It is also as a small "n" that the tilde originated when written above another letters, marking a Latin "n" which had been elided in old Galician-Portuguese. It indicates nasalization of the base vowel: mão "hand", from Lat. manu-; razões "reasons", from Lat. rationes. Current languages and alphabets in which the tilde is used as a sign of nasalization include:
Languages and alphabets that use the tilde for other purposes:

Similar characters

There are a number of similar characters; the Unicode characters similar to the tilde are:



In written mathematical logic, it represents negation (e.g. "~p" equals "not p".) Modern use has been replacing the tilde with the exclamation mark (!) for this purpose, to avoid confusion with equivalence relations.


It can approximate the sine wave symbol (, U+223F), which is used in electronics to indicate alternating current, in place of +, −, or for direct current.


The swung dash is used in various ways in punctuation.


In some languages (though not English), a tilde-like wavy dash may be used as punctuation (instead of an unspaced hyphen or en-dash) between two numbers, to indicate a range rather than subtraction or a hyphenated number (such as a part number or model number). For example, 12~15 means "12 to 15", ~3 means "up to three" and 100~ means "100 and greater." Japanese and other East Asian languages almost always use this convention, but it is often done for clarity in some other languages as well. Chinese uses the wavy dash and full-width em dash interchangeably for this purpose. In English, the tilde is often used to express ranges and model numbers in electronics but rarely in formal grammar or type-set documents, as a wavy dash preceding a number sometimes represents an approximation (see the following section).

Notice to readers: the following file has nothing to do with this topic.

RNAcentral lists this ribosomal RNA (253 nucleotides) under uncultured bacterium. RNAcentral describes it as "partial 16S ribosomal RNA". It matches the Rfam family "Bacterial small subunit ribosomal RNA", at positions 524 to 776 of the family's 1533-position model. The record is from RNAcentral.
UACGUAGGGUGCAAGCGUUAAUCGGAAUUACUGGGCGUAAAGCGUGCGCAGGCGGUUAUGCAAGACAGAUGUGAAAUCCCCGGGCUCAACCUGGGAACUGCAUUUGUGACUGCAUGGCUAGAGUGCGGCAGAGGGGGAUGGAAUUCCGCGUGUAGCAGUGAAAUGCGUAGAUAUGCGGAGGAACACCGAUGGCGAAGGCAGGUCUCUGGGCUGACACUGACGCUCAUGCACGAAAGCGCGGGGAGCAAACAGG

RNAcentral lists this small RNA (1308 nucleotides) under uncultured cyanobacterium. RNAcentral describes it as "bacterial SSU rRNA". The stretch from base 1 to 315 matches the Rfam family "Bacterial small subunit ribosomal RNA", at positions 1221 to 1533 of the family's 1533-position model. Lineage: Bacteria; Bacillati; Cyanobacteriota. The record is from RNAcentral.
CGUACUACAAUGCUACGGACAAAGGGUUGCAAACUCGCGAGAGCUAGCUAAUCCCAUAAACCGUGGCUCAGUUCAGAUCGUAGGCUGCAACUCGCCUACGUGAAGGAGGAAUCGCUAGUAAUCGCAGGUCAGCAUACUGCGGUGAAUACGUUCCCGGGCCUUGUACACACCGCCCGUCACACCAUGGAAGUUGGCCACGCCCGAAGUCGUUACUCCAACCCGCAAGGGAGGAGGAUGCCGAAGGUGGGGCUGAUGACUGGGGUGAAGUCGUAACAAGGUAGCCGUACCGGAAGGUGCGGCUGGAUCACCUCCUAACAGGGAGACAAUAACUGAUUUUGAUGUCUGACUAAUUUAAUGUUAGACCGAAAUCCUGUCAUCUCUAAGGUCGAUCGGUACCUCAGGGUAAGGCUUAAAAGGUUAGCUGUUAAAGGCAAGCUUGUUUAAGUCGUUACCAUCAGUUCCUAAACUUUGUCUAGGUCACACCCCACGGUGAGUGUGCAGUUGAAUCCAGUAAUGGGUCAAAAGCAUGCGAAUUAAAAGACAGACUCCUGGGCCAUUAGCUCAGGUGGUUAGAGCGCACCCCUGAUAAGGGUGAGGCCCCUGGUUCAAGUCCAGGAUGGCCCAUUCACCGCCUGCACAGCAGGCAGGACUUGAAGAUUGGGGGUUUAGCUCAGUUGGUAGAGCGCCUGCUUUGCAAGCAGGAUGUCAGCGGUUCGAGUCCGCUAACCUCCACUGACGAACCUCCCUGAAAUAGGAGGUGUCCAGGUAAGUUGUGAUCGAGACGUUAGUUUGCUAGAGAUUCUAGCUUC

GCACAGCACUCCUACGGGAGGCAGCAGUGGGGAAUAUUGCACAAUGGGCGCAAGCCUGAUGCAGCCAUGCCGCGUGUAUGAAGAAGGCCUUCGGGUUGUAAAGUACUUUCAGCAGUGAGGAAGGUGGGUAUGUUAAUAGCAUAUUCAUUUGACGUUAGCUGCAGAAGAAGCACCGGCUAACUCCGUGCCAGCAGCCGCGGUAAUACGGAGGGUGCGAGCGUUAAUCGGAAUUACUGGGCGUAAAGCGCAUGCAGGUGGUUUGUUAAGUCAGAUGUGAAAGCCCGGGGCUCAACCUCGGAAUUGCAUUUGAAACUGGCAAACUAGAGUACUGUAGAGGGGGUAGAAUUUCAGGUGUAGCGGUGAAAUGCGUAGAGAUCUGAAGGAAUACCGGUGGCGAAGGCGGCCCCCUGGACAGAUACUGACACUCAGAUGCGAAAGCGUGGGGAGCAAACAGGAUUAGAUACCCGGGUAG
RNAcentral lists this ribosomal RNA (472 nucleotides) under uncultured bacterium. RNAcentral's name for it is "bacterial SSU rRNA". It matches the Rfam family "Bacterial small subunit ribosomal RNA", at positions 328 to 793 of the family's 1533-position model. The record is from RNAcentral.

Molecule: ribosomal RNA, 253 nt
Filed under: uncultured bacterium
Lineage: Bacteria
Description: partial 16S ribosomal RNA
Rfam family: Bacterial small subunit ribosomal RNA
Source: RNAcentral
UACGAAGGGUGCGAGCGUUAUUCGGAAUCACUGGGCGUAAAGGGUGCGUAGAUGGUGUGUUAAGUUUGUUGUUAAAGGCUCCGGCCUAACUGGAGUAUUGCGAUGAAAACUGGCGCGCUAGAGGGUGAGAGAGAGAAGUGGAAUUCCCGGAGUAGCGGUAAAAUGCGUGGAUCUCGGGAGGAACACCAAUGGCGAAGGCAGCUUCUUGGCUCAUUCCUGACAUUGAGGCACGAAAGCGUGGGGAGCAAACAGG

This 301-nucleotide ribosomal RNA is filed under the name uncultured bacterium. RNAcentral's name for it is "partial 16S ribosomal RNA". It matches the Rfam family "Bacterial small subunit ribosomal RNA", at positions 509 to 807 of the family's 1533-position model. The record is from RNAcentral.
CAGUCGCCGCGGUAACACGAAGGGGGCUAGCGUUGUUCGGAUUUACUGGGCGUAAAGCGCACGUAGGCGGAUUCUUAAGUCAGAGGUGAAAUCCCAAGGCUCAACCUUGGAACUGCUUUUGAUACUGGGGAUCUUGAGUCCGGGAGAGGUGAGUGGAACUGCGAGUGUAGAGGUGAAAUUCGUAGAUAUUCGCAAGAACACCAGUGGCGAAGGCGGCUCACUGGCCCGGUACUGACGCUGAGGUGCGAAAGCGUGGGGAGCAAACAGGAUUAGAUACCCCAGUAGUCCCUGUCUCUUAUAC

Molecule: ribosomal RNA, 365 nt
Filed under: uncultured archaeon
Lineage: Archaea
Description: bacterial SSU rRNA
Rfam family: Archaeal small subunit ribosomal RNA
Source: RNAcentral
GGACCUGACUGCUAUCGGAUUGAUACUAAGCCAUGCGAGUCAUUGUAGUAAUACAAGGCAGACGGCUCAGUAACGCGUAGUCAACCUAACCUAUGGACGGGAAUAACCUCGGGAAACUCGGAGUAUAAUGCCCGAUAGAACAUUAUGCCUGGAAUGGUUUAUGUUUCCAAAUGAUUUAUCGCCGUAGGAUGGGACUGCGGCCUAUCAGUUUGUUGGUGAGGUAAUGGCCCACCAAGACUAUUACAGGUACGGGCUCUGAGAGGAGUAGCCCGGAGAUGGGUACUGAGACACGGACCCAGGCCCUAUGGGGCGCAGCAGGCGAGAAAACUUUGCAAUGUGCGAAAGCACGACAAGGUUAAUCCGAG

The swung dash (波ダッシュ nami dasshu, wave dash) is used for various purposes in Japanese.
In Japanese, the tilde is also used to separate a title and a subtitle in the same line. A colon is usually used in English for this purpose.
When used in conversations via email or instant messenger it might have been intended as a sarcasm mark or, in Asian cultures, as an extension of the final syllable to produce the same effect as "whyyyyyy" with "why~~". Used at the end of a word or sentence in text communications, it often denotes something said in a sing-song voice, or similar to the use in instant messengers and email, depending on context.


In mathematics, the tilde, sometimes pronounced "twiddle," is often used to denote an equivalence relation between two objects. Thus "x ~ y" means "x is equivalent to y". (Note that this is usually quite different from stating that x equals y.) The expression "x ~ y" is sometimes read aloud as "x twiddles y," perhaps as an analogue to the verbal expression of "x = y."